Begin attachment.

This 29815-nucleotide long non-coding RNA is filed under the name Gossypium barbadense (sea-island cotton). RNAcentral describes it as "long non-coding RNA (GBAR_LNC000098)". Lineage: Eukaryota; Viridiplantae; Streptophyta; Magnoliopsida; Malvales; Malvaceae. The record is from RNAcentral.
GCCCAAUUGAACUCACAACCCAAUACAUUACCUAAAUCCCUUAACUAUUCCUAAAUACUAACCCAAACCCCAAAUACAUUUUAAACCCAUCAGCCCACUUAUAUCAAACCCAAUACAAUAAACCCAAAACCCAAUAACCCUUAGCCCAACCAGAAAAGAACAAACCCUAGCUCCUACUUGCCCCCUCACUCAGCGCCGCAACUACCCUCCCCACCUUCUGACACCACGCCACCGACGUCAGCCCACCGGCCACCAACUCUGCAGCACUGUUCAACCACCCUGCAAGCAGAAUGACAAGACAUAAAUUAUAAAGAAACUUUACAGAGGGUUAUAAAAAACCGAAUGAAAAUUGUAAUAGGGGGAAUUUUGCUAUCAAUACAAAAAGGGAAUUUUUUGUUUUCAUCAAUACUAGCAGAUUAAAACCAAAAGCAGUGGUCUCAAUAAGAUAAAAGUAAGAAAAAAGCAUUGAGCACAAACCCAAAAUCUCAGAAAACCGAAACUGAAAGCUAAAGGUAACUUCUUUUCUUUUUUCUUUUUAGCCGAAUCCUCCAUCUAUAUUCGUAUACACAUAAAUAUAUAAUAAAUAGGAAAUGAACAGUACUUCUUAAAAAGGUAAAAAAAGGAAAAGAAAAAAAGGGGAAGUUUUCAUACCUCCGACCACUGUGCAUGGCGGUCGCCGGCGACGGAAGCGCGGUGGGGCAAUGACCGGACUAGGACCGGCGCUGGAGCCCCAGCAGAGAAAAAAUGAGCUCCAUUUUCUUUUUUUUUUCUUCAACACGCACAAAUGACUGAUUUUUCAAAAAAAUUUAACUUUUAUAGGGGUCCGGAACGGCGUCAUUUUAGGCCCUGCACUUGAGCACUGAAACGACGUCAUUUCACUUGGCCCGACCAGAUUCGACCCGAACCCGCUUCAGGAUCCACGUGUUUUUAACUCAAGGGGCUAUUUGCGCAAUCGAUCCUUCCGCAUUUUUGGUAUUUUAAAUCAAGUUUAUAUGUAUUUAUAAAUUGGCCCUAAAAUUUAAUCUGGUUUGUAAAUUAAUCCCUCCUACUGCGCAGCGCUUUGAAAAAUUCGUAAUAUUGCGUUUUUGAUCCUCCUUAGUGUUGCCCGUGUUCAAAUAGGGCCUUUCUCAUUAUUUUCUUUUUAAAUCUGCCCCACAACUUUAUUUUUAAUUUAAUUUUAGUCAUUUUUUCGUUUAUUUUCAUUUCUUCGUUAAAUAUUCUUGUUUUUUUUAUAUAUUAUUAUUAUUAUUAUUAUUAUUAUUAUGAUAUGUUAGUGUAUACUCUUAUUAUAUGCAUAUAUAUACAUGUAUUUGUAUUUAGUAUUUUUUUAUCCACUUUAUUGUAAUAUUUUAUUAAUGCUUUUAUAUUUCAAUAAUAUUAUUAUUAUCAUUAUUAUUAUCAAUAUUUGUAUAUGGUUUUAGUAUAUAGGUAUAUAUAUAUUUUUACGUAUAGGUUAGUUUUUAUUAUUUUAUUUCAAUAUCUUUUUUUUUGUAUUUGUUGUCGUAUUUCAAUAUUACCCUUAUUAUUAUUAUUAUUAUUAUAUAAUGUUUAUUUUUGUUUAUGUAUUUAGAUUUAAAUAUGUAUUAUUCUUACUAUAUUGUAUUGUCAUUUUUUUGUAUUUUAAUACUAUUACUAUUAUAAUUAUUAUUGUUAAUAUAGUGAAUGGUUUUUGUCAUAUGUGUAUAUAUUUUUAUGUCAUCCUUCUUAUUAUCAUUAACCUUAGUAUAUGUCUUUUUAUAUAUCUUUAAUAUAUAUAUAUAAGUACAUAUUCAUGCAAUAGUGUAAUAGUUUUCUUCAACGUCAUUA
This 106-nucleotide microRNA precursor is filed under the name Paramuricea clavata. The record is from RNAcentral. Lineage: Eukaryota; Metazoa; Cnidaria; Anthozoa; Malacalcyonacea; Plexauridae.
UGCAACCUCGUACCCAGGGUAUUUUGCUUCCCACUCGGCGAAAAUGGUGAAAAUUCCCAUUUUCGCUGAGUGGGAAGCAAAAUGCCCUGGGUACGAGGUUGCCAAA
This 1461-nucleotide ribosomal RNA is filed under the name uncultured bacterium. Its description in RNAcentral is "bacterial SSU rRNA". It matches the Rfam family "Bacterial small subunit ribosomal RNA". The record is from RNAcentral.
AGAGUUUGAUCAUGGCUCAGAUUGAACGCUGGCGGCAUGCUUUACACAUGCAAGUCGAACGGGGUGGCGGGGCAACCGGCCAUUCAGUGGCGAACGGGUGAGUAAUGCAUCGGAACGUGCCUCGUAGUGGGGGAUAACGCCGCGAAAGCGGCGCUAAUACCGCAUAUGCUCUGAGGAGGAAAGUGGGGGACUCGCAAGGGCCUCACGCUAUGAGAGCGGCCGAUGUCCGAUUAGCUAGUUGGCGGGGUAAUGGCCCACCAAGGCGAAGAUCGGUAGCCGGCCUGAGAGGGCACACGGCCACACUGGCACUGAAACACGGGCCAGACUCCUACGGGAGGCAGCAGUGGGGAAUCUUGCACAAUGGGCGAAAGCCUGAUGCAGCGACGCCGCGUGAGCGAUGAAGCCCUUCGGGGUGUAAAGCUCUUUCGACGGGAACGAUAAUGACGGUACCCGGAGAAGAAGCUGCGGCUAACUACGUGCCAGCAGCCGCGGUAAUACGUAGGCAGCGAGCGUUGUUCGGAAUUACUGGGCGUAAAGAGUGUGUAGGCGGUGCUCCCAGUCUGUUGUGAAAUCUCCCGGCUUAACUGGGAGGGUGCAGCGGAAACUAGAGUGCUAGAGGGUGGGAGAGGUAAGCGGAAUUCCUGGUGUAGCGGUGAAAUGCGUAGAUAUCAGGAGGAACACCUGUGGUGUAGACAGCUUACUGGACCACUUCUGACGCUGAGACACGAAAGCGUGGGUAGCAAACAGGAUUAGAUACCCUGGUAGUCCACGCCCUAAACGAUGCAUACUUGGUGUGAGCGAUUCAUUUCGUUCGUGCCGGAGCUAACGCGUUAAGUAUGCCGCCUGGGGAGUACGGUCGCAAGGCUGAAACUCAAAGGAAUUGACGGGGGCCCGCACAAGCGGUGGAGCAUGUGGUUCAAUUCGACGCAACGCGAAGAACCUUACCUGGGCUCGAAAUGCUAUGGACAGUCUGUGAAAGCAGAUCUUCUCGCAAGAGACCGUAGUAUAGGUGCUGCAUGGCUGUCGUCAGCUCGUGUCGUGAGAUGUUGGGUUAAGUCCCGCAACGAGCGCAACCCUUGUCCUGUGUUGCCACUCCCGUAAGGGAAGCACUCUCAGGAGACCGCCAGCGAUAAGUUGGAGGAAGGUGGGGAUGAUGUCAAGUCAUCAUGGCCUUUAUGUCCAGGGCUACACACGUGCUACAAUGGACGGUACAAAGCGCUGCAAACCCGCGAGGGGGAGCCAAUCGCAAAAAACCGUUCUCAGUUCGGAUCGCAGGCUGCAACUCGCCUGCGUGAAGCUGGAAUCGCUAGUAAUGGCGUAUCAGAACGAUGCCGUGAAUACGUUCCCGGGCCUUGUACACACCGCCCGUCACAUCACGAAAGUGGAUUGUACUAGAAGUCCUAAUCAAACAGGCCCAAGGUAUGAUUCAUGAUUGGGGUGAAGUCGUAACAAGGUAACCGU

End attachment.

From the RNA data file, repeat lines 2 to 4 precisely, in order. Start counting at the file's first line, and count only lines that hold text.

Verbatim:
GCCCAAUUGAACUCACAACCCAAUACAUUACCUAAAUCCCUUAACUAUUCCUAAAUACUAACCCAAACCCCAAAUACAUUUUAAACCCAUCAGCCCACUUAUAUCAAACCCAAUACAAUAAACCCAAAACCCAAUAACCCUUAGCCCAACCAGAAAAGAACAAACCCUAGCUCCUACUUGCCCCCUCACUCAGCGCCGCAACUACCCUCCCCACCUUCUGACACCACGCCACCGACGUCAGCCCACCGGCCACCAACUCUGCAGCACUGUUCAACCACCCUGCAAGCAGAAUGACAAGACAUAAAUUAUAAAGAAACUUUACAGAGGGUUAUAAAAAACCGAAUGAAAAUUGUAAUAGGGGGAAUUUUGCUAUCAAUACAAAAAGGGAAUUUUUUGUUUUCAUCAAUACUAGCAGAUUAAAACCAAAAGCAGUGGUCUCAAUAAGAUAAAAGUAAGAAAAAAGCAUUGAGCACAAACCCAAAAUCUCAGAAAACCGAAACUGAAAGCUAAAGGUAACUUCUUUUCUUUUUUCUUUUUAGCCGAAUCCUCCAUCUAUAUUCGUAUACACAUAAAUAUAUAAUAAAUAGGAAAUGAACAGUACUUCUUAAAAAGGUAAAAAAAGGAAAAGAAAAAAAGGGGAAGUUUUCAUACCUCCGACCACUGUGCAUGGCGGUCGCCGGCGACGGAAGCGCGGUGGGGCAAUGACCGGACUAGGACCGGCGCUGGAGCCCCAGCAGAGAAAAAAUGAGCUCCAUUUUCUUUUUUUUUUCUUCAACACGCACAAAUGACUGAUUUUUCAAAAAAAUUUAACUUUUAUAGGGGUCCGGAACGGCGUCAUUUUAGGCCCUGCACUUGAGCACUGAAACGACGUCAUUUCACUUGGCCCGACCAGAUUCGACCCGAACCCGCUUCAGGAUCCACGUGUUUUUAACUCAAGGGGCUAUUUGCGCAAUCGAUCCUUCCGCAUUUUUGGUAUUUUAAAUCAAGUUUAUAUGUAUUUAUAAAUUGGCCCUAAAAUUUAAUCUGGUUUGUAAAUUAAUCCCUCCUACUGCGCAGCGCUUUGAAAAAUUCGUAAUAUUGCGUUUUUGAUCCUCCUUAGUGUUGCCCGUGUUCAAAUAGGGCCUUUCUCAUUAUUUUCUUUUUAAAUCUGCCCCACAACUUUAUUUUUAAUUUAAUUUUAGUCAUUUUUUCGUUUAUUUUCAUUUCUUCGUUAAAUAUUCUUGUUUUUUUUAUAUAUUAUUAUUAUUAUUAUUAUUAUUAUUAUGAUAUGUUAGUGUAUACUCUUAUUAUAUGCAUAUAUAUACAUGUAUUUGUAUUUAGUAUUUUUUUAUCCACUUUAUUGUAAUAUUUUAUUAAUGCUUUUAUAUUUCAAUAAUAUUAUUAUUAUCAUUAUUAUUAUCAAUAUUUGUAUAUGGUUUUAGUAUAUAGGUAUAUAUAUAUUUUUACGUAUAGGUUAGUUUUUAUUAUUUUAUUUCAAUAUCUUUUUUUUUGUAUUUGUUGUCGUAUUUCAAUAUUACCCUUAUUAUUAUUAUUAUUAUUAUAUAAUGUUUAUUUUUGUUUAUGUAUUUAGAUUUAAAUAUGUAUUAUUCUUACUAUAUUGUAUUGUCAUUUUUUUGUAUUUUAAUACUAUUACUAUUAUAAUUAUUAUUGUUAAUAUAGUGAAUGGUUUUUGUCAUAUGUGUAUAUAUUUUUAUGUCAUCCUUCUUAUUAUCAUUAACCUUAGUAUAUGUCUUUUUAUAUAUCUUUAAUAUAUAUAUAUAAGUACAUAUUCAUGCAAUAGUGUAAUAGUUUUCUUCAACGUCAUUA
This 106-nucleotide microRNA precursor is filed under the name Paramuricea clavata. The record is from RNAcentral. Lineage: Eukaryota; Metazoa; Cnidaria; Anthozoa; Malacalcyonacea; Plexauridae.
UGCAACCUCGUACCCAGGGUAUUUUGCUUCCCACUCGGCGAAAAUGGUGAAAAUUCCCAUUUUCGCUGAGUGGGAAGCAAAAUGCCCUGGGUACGAGGUUGCCAAA